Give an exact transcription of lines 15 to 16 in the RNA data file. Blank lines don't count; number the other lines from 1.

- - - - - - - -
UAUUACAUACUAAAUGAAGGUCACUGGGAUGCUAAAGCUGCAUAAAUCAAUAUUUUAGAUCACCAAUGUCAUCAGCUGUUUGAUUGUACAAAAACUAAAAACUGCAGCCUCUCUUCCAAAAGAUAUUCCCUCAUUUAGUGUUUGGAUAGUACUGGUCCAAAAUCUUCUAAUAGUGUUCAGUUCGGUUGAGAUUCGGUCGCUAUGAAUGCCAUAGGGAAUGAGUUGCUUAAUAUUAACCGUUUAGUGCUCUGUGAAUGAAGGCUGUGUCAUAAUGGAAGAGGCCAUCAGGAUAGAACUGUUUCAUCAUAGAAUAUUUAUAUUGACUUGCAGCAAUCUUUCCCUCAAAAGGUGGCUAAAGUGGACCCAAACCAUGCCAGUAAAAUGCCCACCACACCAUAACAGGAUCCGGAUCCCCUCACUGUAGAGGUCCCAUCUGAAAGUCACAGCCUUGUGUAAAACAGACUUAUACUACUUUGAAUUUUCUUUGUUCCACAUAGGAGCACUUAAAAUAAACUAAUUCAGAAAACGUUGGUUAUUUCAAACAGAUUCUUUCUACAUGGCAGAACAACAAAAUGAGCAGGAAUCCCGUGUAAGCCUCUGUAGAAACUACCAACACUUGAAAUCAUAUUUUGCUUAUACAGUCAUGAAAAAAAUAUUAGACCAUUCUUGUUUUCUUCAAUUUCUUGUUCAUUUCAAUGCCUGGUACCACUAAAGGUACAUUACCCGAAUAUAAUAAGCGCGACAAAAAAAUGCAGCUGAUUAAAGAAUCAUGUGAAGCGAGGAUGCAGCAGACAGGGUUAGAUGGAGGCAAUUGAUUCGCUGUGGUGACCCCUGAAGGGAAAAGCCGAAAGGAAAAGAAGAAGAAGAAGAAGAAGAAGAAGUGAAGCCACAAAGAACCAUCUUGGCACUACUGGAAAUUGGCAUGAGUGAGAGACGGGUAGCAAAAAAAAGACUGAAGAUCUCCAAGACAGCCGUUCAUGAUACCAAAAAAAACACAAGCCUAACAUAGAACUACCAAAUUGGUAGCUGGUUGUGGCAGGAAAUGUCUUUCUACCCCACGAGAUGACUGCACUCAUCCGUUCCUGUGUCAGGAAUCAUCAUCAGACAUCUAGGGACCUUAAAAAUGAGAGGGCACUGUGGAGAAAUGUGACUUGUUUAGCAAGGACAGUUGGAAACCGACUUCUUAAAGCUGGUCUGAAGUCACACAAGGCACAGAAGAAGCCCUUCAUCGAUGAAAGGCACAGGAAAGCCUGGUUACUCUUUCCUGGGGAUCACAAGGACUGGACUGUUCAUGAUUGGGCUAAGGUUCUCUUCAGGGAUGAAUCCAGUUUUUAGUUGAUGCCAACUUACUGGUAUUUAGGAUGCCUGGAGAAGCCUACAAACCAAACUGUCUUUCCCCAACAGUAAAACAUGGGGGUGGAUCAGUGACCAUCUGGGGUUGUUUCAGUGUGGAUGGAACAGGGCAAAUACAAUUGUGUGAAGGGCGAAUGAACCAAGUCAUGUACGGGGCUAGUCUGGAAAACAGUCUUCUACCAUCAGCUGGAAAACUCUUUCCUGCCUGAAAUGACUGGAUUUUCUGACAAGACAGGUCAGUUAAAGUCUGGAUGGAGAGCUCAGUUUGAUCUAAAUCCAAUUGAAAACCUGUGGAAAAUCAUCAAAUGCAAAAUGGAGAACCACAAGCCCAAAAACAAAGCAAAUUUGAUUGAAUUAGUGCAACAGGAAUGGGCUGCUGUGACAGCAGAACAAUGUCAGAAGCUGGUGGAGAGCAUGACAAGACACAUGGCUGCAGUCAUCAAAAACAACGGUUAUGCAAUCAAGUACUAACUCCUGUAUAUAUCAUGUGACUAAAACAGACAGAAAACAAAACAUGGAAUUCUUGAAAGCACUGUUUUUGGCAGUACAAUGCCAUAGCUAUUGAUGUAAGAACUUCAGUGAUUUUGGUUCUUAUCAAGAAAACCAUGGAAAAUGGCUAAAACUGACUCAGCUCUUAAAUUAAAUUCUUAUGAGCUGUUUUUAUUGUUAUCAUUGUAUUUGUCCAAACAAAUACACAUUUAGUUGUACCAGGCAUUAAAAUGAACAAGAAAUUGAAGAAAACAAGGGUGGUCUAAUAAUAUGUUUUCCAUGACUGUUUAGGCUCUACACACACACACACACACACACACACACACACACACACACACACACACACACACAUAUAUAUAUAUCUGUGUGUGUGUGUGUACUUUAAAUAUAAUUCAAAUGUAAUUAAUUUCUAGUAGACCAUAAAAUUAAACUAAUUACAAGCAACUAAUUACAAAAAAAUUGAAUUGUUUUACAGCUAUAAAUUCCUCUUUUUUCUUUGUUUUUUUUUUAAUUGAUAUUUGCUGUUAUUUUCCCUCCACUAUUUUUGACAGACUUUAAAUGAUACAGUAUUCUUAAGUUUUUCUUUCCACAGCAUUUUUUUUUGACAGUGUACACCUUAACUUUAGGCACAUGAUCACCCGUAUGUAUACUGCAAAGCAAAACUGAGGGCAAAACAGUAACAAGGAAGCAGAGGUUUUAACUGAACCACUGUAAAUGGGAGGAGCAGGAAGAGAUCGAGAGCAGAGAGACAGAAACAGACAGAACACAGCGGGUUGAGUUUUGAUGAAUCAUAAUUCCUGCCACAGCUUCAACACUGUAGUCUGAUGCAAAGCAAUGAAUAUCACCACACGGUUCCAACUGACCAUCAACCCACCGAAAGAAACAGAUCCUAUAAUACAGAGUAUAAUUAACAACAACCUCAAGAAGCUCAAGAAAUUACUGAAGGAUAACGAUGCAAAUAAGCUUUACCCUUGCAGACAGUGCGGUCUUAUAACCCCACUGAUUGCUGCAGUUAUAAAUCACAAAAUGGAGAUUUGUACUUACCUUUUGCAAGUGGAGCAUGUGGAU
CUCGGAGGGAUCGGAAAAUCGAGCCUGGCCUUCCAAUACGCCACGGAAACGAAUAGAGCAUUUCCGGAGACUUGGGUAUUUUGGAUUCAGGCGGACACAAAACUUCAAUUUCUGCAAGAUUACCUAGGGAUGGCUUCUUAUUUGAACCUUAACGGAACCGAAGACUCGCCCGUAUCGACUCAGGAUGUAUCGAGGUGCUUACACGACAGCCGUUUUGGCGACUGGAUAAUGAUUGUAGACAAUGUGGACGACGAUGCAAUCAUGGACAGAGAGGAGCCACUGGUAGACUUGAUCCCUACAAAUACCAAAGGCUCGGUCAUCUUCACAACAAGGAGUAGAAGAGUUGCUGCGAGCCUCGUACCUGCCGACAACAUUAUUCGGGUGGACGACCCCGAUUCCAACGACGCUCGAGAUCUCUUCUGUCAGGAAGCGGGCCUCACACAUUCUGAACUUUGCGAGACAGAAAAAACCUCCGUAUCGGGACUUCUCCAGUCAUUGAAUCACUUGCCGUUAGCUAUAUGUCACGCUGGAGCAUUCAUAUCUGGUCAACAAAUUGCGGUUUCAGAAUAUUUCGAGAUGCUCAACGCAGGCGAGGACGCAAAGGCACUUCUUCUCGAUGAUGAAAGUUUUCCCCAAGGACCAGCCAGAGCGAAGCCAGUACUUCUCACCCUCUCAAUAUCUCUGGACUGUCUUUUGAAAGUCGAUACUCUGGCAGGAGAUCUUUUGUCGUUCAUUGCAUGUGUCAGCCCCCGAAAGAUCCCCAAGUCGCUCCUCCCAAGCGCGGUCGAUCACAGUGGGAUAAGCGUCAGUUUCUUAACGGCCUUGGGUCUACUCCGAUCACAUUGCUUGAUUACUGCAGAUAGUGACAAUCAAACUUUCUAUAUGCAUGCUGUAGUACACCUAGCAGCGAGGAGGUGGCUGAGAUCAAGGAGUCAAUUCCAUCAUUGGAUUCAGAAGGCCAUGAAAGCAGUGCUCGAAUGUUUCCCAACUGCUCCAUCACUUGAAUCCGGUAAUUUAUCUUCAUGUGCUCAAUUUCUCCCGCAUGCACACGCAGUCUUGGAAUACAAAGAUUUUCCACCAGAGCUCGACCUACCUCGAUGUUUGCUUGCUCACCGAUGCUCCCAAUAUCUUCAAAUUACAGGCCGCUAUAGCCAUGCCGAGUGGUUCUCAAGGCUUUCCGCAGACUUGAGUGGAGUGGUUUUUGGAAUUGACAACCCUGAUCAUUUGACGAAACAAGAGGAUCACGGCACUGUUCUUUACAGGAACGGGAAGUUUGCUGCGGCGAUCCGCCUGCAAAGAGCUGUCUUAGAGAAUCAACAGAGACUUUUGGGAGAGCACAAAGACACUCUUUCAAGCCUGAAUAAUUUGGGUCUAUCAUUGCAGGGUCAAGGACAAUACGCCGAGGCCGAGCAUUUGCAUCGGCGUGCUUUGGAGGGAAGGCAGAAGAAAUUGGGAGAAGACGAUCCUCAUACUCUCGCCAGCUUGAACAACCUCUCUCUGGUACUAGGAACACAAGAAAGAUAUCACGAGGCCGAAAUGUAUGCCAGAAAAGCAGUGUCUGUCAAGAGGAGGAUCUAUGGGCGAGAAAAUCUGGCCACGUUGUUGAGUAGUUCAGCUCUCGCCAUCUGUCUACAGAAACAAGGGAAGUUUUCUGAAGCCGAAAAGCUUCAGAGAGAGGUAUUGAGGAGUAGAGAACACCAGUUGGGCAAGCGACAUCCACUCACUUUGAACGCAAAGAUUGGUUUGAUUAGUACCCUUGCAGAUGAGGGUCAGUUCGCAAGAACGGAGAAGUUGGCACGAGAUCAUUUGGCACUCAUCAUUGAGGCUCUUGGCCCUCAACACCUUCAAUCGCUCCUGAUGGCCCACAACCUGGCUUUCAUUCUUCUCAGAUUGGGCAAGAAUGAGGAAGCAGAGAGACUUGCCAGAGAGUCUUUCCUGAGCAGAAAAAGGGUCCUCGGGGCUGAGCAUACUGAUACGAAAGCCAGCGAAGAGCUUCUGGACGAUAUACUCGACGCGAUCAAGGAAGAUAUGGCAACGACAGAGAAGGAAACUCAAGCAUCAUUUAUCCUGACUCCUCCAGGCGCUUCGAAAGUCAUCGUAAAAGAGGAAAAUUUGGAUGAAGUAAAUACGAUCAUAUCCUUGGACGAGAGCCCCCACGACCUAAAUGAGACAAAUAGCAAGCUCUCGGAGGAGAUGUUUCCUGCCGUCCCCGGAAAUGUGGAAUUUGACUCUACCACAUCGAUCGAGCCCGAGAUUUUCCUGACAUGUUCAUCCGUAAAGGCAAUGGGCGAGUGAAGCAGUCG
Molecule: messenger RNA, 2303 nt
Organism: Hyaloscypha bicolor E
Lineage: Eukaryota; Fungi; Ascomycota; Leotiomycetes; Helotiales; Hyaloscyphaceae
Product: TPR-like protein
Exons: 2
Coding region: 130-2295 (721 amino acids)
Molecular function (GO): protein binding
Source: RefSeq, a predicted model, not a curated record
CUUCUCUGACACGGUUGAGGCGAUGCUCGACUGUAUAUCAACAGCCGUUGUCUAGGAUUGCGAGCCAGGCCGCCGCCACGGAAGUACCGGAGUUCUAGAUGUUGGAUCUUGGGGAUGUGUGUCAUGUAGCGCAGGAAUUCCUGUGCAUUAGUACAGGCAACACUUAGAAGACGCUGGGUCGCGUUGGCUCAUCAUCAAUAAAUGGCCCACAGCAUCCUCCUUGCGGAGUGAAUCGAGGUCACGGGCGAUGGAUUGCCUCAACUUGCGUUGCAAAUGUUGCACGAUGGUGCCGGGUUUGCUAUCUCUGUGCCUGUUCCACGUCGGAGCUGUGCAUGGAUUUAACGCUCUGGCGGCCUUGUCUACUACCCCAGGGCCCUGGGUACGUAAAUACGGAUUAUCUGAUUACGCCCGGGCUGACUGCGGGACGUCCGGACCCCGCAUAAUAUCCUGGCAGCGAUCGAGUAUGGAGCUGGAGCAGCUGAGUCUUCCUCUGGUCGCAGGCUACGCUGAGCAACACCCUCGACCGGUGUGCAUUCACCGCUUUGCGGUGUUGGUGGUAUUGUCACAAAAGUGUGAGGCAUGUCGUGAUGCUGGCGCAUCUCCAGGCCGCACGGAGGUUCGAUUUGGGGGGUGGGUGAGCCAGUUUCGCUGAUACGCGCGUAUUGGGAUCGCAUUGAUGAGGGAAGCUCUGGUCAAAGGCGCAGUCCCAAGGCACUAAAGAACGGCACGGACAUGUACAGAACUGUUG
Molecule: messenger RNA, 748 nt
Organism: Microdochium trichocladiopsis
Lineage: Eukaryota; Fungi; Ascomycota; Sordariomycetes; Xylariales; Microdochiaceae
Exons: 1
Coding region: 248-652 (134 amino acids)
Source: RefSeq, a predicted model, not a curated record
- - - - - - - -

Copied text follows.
Exons: 1
Coding region: 248-652 (134 amino acids)